I use sourdough bread for everything from cheese to peanutbutter and honey (what I prefer over jam), but as I’m German, it maybe does not count. Beside the more flavourful bread the crisp crust adds another sensual experience beside the soft peanutbutter and soft jam/honey, something I like, too!
Many Greetings from Germany!
While i am a devoted sourdough lover (particularly from your own starter), i’m not a fan of it with PB&J. i like the peanut butter and jelly to play on their own together, with no butting in by an overly-assertively flavored bread like sourdough. (now WHEAT bread, sure…)
I was lucky enough to be gifted a loaf of Susan’s Norwich Sourdough from her oven. I performed a taste test just now; blind-folded to be scientific. Haha. The PB&J was more than good but her bread was simply better by itself.
Oh, the joys of RSS. I didn’t need to do anything to know that you had, like a long dormant starter, sprung back to life.
As for the sandwich — of course!
Unlike some of my relatives, it’s always a joy to hear from you !
I love the taste of sourdough with peanut butter, but I don’t like my PB&J crusty… So I wouldn’t use this particular bread.
Sally johnson says
Anything inside a sandwich is made better with sourdough bread.
It wouldn’t be my first choice (roast beef!) but there’s absolutely nothing wrong with it!
Beth Brown says
I can’t imagine any peanutbutter and jelly combination not being made better by good bread.
Sourdough makes everything taste better! Even bacon!
I find PB&J can be problematic on a bread with a very open crumb because it can ooze out the holes. Otherwise, yum.
I like it so much that I actually baked a PB&J inspired sourdough loaf. I love it especially if the bread is toasted and the peanut butter melts through the holes. Messy, but delicious.
So lovely to hear from you, Susan. You’ve been missed!
Sourdough — with its tang and wheat-iness, crackly crust, slightly chewy crumb — in my opinion goes with everything, including PB&J.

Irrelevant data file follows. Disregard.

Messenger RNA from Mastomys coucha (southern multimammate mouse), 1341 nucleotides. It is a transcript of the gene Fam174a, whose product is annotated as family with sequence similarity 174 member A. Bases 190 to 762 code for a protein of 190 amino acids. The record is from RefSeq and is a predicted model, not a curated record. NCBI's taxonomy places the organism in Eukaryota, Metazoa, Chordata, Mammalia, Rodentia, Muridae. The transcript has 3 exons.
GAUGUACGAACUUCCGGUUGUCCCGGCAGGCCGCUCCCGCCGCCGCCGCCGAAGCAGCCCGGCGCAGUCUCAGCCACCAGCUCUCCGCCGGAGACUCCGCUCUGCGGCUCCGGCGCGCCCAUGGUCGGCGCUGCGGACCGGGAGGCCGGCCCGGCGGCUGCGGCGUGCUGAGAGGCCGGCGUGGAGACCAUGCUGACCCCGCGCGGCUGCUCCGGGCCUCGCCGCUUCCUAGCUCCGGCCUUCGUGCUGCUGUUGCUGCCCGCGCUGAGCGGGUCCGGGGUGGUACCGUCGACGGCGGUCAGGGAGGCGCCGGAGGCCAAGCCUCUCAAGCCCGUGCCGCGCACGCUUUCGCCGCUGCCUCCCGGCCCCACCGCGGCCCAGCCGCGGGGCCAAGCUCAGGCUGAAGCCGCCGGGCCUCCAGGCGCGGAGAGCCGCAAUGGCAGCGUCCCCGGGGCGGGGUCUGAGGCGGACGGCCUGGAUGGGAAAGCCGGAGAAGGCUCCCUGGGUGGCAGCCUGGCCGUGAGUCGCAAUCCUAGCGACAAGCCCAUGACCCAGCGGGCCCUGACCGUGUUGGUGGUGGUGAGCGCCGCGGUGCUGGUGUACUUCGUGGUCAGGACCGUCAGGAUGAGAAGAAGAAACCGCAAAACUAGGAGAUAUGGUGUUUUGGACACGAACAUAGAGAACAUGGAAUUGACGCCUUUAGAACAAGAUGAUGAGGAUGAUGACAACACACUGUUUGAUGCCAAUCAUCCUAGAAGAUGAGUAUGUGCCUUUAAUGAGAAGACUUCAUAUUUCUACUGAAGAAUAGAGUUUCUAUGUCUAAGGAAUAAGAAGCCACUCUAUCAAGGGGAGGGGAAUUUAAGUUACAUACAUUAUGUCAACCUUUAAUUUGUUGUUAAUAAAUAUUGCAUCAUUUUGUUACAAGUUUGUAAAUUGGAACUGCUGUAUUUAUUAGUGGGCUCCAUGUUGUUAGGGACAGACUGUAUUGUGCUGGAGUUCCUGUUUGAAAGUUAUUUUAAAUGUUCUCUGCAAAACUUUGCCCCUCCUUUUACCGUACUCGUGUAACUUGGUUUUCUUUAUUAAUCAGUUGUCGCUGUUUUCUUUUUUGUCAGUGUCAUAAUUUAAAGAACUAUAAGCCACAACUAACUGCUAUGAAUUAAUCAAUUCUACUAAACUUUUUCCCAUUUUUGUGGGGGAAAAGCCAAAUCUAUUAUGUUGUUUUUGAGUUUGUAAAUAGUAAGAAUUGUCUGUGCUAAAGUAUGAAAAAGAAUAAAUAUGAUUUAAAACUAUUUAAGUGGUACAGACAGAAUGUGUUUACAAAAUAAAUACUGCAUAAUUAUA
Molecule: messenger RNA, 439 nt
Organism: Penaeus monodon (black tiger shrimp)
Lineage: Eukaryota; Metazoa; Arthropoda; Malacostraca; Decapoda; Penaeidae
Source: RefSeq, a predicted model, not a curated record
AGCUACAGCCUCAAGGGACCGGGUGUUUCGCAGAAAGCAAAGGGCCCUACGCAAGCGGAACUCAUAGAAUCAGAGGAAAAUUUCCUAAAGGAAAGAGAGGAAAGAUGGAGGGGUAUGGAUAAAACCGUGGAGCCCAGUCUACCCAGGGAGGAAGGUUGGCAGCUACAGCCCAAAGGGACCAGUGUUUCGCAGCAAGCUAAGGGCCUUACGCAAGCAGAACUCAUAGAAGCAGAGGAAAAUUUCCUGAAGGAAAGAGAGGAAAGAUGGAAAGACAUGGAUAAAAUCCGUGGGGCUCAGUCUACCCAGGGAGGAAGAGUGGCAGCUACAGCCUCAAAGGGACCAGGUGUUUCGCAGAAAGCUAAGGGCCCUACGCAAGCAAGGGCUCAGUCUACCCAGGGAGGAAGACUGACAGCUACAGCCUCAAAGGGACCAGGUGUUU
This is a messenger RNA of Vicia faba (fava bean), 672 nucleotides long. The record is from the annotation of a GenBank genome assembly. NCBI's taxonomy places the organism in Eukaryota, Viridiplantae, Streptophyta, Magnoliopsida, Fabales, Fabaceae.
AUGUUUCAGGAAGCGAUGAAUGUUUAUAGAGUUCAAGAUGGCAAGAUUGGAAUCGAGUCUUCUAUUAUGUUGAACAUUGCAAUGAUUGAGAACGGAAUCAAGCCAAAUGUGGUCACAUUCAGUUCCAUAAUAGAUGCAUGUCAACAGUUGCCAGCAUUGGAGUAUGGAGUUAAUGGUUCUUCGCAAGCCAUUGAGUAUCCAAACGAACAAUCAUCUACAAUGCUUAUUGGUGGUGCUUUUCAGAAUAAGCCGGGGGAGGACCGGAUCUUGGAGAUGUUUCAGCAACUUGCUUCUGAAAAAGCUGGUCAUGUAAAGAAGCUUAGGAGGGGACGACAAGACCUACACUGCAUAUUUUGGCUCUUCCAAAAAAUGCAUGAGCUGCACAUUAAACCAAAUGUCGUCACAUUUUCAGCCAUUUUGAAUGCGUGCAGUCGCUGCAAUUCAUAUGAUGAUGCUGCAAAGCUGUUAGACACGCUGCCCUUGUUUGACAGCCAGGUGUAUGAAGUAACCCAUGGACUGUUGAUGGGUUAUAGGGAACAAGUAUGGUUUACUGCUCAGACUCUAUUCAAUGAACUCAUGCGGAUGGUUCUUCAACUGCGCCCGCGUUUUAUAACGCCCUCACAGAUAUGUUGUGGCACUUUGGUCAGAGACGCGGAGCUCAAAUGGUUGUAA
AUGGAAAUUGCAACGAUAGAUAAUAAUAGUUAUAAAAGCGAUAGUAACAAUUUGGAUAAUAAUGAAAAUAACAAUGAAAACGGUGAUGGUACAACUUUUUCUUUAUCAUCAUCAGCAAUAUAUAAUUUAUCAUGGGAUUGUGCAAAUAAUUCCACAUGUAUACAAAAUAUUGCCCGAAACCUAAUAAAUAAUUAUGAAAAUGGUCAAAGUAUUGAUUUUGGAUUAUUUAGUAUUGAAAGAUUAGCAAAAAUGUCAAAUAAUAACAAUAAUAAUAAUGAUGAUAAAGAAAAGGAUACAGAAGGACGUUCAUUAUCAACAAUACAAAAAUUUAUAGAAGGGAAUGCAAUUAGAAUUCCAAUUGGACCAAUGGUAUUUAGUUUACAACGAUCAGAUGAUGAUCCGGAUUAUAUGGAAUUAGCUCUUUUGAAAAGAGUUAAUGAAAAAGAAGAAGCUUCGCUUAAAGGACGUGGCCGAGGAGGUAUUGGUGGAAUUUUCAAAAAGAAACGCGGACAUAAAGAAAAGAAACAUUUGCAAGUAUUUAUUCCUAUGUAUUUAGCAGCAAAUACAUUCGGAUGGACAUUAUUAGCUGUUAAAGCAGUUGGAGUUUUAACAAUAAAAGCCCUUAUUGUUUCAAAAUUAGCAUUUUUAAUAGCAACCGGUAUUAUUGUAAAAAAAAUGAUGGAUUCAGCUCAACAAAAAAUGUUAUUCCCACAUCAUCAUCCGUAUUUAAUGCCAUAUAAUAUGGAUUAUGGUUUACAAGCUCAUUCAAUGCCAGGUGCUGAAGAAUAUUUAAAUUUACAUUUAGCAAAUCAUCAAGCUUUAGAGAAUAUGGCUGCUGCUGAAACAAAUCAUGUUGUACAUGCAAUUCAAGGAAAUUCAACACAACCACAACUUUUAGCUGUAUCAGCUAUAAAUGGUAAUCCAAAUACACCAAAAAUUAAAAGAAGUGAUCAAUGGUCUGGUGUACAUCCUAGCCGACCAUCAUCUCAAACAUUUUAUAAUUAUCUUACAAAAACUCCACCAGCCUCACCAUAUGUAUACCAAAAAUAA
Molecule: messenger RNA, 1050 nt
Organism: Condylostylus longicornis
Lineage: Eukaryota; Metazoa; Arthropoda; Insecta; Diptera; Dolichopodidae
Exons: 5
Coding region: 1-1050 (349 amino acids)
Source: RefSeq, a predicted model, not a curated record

To be fair though I’d rather have my sourdough with something else, but as bread for PB&J, yes please.
Lisa Garcia says
definitely yes. I love the tangy flavor along side the peanut butter. A perfect combination.
Barbara Stanbro says
Nice try, but I’m a PB&J purist. It needs a bread softer than sourdough and with no added tang. Sourdough is best served toasted with plenty of buttah and my own homemade carrot cake jam.
Oh my goodness, sourdough is a must! And this is coming from someone who ate so much PB&J as a kid, it’s pretty much all I would eat, so much so that a neighbor still talks about how she made me a PB&J taco as a child, a grown-up PB&J definitely involves sourdough. No more wonder bread for this girl!
Terri Betz says
Sourdough bread and pb&j compliment each other! We eat it a lot!?
I think a well-maintained sourdough is versatile enough to be used for a sweet sandwich, like a pb&j. It shouldn’t be too sour to where it would clash at all.
Yael Levi says
Ever since starting to bake with my sourdough starter I haven’t been able to enjoy any other type of bread. Your Norwich bread is the perfect canvas for anything – including PB&J! Thanks for writing again! I’m looking forward to your future blogs!
My five year old prefers it on a crusty sourdough loaf and I’m sure if a child likes it like that it can’t be wrong.
Sourdough bread belongs anywhere and everywhere. No sandwich is off limits for sourdough!
I’m definitely in the minority here…but where I come from sourdough was used for savory fair like butter & gorgonzola! My Mom bought a loaf just for this purpose along with melted cheese sandwiches etc.